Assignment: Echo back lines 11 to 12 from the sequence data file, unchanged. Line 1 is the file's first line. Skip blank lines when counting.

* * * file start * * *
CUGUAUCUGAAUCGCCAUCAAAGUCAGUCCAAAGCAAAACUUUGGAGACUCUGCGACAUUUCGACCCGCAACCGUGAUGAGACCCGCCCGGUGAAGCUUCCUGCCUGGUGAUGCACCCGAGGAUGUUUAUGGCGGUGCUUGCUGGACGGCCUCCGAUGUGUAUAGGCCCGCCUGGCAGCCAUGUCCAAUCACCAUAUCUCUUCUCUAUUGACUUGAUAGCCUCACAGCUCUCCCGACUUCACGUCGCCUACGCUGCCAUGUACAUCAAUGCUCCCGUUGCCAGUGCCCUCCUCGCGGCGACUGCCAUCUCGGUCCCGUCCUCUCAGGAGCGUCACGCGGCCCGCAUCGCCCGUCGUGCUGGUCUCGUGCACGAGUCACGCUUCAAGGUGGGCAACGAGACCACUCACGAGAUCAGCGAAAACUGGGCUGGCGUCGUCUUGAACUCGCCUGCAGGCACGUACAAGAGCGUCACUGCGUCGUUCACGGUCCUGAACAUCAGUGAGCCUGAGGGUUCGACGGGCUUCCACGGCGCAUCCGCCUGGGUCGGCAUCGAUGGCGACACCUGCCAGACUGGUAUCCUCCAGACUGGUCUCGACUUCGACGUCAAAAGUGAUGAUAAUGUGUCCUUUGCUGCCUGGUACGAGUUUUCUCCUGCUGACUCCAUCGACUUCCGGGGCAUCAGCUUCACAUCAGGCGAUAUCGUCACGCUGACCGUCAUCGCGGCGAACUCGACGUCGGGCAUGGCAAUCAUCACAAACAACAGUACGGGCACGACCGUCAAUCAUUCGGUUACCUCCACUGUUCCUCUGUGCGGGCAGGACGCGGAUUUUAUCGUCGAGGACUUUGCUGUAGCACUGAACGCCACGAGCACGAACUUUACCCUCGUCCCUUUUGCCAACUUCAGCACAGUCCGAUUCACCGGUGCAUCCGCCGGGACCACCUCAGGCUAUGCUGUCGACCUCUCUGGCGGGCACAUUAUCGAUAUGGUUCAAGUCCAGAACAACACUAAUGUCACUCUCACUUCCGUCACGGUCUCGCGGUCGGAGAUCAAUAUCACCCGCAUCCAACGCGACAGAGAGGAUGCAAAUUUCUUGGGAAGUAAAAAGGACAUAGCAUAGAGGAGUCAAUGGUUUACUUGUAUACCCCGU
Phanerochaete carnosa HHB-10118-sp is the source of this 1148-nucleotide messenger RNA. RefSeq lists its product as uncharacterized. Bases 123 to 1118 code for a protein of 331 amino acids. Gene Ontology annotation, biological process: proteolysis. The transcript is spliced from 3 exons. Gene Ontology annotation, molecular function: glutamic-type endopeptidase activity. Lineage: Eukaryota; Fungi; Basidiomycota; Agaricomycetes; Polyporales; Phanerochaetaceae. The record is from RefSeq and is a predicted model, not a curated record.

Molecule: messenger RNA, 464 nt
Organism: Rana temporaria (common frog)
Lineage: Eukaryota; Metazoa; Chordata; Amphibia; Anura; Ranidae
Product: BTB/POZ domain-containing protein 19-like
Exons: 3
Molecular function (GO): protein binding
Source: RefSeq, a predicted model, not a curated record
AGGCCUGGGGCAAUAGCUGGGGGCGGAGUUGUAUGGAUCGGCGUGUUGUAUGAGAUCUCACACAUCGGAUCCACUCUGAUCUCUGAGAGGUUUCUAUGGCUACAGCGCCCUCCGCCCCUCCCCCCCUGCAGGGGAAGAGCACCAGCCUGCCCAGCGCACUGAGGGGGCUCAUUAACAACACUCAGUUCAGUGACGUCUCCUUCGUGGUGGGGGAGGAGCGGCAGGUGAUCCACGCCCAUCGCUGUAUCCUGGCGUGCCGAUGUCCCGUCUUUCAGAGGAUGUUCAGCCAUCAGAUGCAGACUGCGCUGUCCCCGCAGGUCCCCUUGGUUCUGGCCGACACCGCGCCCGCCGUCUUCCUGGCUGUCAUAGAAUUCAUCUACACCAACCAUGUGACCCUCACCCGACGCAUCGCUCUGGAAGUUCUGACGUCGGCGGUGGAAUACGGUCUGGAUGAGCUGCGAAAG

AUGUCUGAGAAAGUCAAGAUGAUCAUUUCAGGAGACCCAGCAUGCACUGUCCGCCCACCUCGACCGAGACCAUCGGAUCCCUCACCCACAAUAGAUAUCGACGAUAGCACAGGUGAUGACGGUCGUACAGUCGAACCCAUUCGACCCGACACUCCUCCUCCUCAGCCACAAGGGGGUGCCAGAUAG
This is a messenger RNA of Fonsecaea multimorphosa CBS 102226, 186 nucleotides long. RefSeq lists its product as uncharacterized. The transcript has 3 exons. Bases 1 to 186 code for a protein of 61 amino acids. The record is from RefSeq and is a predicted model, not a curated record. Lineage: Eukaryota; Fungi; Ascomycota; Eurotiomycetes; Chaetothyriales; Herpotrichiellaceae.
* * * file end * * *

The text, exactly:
AUGUCUGAGAAAGUCAAGAUGAUCAUUUCAGGAGACCCAGCAUGCACUGUCCGCCCACCUCGACCGAGACCAUCGGAUCCCUCACCCACAAUAGAUAUCGACGAUAGCACAGGUGAUGACGGUCGUACAGUCGAACCCAUUCGACCCGACACUCCUCCUCCUCAGCCACAAGGGGGUGCCAGAUAG
This is a messenger RNA of Fonsecaea multimorphosa CBS 102226, 186 nucleotides long. RefSeq lists its product as uncharacterized. The transcript has 3 exons. Bases 1 to 186 code for a protein of 61 amino acids. The record is from RefSeq and is a predicted model, not a curated record. Lineage: Eukaryota; Fungi; Ascomycota; Eurotiomycetes; Chaetothyriales; Herpotrichiellaceae.